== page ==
Interestingly, the evidence indicates that the variance in personality characteristics may be more important than the mean. So, for example, while higher mean levels of conscientiousness on a team are desirable, mixing both conscientious and not so conscientious members tend to lower performance. This may be because, in such teams, members who are highly conscientious not only must perform their own tasks but also must perform or re-do the tasks of low conscientious members . It may also be because such diversity leads to feelings of contribution inequity. Another interesting finding related to personality is that one bad apple can spoil the barrel. A single team who lacks a minimal level of, say, agreeableness, can negatively affect the whole team’s performance. So including just one person who is low on agreeableness, conscientiousness, or extraversion can result in strained internal processes and decreased overall performance.
Increasingly, we are learning why these traits are important to team performance. For example, conscientious people are valuable because they’re good at backing up fellow team members and they’re also good at sensing when that support is truly needed. Extroverts are better at training and motivating team members who are struggling. If a team is confronted with a poor fit between how their team is configured and their work environment (for example, when a team is loosely structured but needs to closely coordinate on a project), emotionally stable team members are critical because they are better at adapting and helping others to adapt. Teams comprised of open people make better use of Computer technology in making decisions. Open people better communicate with one another and throw out more ideas, which leads teams comprised of open people to be more creative and innovative. When an unforeseen change happens, teams comprised of conscientious, emotionally stable, and open members cope and adapt better. Personality also influences how teams respond to their surroundings. For example, extraverted teams and agreeable teams respond negatively to individual competitive rewards. Why? Because, such individualistic incentives tend to run counter to the social nature of extroverted and agreeable teams.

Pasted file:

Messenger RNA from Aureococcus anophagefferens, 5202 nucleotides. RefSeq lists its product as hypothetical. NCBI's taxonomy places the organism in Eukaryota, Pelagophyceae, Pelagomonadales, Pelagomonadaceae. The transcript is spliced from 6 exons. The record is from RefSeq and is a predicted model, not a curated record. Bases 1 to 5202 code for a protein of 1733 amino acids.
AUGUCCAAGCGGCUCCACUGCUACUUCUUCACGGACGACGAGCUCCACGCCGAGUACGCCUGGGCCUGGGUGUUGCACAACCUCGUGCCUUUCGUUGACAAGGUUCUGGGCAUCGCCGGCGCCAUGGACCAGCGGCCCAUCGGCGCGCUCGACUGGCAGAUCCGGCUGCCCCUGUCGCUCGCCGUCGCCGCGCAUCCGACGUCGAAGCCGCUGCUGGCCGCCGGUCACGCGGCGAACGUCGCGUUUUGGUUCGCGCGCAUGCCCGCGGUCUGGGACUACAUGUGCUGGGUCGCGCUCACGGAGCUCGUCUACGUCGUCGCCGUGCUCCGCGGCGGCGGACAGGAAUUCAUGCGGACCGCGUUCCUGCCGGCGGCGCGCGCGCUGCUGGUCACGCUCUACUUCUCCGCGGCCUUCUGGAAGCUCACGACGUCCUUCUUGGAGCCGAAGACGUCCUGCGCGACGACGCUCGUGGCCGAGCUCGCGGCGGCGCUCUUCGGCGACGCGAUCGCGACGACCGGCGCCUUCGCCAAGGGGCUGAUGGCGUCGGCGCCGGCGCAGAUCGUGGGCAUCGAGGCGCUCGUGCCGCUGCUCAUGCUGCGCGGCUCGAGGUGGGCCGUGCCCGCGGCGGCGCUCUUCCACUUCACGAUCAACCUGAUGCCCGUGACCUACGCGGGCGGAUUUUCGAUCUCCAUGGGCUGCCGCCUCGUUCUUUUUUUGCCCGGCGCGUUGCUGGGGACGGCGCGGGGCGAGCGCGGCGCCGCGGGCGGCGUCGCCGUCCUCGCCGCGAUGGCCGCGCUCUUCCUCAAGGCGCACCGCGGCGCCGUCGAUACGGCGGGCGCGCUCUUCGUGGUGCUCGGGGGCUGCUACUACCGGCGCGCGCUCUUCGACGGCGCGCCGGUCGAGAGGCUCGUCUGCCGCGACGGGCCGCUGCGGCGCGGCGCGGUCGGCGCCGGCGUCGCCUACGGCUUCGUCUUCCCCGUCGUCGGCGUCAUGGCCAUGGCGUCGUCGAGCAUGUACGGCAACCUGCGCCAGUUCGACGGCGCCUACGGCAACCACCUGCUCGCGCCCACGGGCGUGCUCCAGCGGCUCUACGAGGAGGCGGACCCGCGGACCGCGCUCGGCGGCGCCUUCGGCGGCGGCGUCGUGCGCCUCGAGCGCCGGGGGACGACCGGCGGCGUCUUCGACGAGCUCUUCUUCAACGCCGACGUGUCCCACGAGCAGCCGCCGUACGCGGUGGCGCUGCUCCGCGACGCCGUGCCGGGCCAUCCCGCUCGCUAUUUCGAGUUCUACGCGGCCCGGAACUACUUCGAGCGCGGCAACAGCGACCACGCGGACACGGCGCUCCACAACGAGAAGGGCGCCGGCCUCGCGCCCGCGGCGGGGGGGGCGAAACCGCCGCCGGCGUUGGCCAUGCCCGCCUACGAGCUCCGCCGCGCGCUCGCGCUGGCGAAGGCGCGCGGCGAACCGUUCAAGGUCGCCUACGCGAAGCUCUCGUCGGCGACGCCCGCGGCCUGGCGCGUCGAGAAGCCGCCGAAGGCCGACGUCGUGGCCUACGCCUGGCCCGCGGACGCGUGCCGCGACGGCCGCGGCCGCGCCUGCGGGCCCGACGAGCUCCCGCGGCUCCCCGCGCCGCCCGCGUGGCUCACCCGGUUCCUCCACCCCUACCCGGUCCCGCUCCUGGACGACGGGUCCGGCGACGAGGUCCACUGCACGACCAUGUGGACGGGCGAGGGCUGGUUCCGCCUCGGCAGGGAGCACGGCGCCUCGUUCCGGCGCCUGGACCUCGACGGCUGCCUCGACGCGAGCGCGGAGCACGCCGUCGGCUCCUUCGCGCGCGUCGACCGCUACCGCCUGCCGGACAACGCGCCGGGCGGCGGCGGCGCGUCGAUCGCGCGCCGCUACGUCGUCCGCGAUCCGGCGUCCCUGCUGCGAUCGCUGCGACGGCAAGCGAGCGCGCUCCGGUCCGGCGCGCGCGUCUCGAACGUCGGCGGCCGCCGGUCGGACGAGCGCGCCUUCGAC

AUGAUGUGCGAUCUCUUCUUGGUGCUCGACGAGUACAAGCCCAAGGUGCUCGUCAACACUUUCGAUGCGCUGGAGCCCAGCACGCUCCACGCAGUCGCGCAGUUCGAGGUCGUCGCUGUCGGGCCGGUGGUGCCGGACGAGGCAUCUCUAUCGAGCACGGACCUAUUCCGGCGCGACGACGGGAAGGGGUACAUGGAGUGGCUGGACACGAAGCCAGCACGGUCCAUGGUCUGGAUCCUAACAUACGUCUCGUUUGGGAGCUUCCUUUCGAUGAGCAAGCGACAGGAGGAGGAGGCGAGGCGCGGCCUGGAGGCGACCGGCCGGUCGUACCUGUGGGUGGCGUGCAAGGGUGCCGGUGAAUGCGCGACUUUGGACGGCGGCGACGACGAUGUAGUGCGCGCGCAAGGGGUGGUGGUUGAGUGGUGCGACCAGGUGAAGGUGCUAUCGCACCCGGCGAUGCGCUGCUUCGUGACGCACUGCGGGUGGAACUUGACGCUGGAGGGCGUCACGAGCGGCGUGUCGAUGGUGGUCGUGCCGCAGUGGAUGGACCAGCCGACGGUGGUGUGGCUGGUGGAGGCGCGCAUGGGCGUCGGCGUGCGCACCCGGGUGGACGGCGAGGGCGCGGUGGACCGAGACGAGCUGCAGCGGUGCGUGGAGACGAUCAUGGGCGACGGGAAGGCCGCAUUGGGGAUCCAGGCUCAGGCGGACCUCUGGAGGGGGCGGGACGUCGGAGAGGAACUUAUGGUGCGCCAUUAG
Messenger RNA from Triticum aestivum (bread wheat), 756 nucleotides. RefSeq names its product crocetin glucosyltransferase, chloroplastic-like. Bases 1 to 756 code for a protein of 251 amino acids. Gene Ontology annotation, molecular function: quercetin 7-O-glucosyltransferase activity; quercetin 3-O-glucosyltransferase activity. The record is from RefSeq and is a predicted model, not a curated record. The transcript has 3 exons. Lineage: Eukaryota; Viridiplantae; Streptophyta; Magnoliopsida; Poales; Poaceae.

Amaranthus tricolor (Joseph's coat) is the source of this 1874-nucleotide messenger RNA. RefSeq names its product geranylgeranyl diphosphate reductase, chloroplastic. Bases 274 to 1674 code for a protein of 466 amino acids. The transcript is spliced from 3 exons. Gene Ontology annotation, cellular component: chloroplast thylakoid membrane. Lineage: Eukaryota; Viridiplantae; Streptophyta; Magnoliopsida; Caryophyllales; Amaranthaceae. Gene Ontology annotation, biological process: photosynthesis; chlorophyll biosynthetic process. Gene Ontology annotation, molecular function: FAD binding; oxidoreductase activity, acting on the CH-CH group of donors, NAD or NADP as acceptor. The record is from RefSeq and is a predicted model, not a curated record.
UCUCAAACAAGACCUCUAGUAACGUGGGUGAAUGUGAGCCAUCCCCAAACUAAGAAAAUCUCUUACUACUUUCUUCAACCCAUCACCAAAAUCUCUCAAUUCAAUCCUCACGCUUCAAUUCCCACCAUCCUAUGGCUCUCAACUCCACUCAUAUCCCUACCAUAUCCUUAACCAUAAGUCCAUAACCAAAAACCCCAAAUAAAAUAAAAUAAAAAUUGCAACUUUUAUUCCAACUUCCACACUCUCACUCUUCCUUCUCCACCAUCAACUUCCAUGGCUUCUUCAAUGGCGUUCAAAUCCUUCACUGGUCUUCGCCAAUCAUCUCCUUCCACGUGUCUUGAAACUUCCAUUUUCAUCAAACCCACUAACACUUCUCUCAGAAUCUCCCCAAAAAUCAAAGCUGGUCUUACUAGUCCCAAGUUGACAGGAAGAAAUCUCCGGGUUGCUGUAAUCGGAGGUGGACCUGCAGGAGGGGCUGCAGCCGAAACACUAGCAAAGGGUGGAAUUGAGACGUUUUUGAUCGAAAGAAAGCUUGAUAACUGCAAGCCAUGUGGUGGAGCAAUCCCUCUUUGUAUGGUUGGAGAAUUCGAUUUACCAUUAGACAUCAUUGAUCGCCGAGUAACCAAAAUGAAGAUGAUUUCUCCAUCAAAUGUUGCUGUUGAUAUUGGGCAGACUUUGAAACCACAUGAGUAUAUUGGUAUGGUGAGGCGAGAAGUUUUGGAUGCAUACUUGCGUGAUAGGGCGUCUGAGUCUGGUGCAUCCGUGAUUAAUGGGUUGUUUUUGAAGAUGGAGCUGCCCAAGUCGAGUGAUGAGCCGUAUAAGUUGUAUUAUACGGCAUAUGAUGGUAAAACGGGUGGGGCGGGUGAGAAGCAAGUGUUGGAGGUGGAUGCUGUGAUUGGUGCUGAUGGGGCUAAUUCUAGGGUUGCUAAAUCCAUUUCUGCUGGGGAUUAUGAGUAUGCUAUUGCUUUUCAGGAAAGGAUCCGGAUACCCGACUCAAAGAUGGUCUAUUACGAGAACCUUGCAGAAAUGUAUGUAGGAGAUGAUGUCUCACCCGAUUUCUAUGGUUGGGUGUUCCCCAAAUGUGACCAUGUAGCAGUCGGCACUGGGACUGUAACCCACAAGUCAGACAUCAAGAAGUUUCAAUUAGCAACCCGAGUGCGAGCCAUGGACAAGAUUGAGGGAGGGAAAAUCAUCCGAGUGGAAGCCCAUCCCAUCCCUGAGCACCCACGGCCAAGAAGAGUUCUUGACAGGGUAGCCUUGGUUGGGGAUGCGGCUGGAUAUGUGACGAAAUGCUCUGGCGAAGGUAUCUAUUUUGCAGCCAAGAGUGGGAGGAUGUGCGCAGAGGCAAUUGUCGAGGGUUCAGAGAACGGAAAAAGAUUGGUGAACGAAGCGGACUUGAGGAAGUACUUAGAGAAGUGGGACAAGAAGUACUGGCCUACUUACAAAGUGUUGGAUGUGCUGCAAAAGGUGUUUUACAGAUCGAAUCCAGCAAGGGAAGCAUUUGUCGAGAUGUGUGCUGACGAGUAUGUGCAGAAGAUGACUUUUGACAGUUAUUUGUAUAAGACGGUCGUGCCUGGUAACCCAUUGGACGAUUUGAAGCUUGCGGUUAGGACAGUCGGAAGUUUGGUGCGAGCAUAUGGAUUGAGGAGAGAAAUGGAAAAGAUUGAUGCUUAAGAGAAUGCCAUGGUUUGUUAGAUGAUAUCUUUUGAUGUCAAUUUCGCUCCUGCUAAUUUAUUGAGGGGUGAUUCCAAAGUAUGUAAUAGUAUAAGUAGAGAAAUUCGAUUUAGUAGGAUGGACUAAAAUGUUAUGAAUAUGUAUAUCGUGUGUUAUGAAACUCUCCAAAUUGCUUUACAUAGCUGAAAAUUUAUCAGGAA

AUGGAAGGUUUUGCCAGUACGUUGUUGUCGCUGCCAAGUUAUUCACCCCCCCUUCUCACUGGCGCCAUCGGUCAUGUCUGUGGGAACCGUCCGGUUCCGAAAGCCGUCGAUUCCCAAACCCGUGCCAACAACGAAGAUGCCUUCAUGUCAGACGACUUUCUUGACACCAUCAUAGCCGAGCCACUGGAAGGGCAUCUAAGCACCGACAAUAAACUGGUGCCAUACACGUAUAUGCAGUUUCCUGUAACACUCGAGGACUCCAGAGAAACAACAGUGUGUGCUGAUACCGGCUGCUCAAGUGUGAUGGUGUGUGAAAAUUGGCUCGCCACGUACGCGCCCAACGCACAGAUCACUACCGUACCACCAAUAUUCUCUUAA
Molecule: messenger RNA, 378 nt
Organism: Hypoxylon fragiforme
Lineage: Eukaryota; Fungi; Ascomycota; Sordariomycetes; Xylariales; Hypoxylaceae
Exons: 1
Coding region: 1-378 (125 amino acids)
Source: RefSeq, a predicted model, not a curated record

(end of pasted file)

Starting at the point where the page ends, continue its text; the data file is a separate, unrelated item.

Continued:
Teams have different needs, and people should be selected for a team to ensure that all various roles are filled.
We can identify nine potential team roles. Successful work teams have people to fill all these roles and have selected people to play these roles based on their skills and preferences. On many teams, individuals will play multiple roles. Managers need to understand the individual strength that each person can bring to a team, select members with their strengths in mind, and allocate work assignments that fit with members; preferred styles. By matching individual preferences with team role demands, managers increase the likelihood that the team members will work well together.
As previously noted, most team activities require a variety of skills ad knowledge. Given this requirements it would be reasonable to conclude that heterogeneous teams those composed of dissimilar individuals would be more likely to have diverse abilities and information and should be more effective. Research studies generally substantiate this conclusion, especially on cognitive, creativity-demanding tasks.
When a team is diverse in terms of personality, gender, age, education, functional specialization, and experience, there is an increased probability that the team will possess the needed characteristics to complete its tasks effectively. The team may be more conflict laden and less expedient as varied positions are introduced and assimilated, but the evidence generally supports the conclusion that heterogeneous teams perform more effectively than do those that are homogeneous. Essentially diversity promotes conflict, which stimulates creativity, which leads to improved decision making. One study found that, on a cognitive task, homogenous groups of white males performed the worst relative to mixed race and gender teams or teams of only females.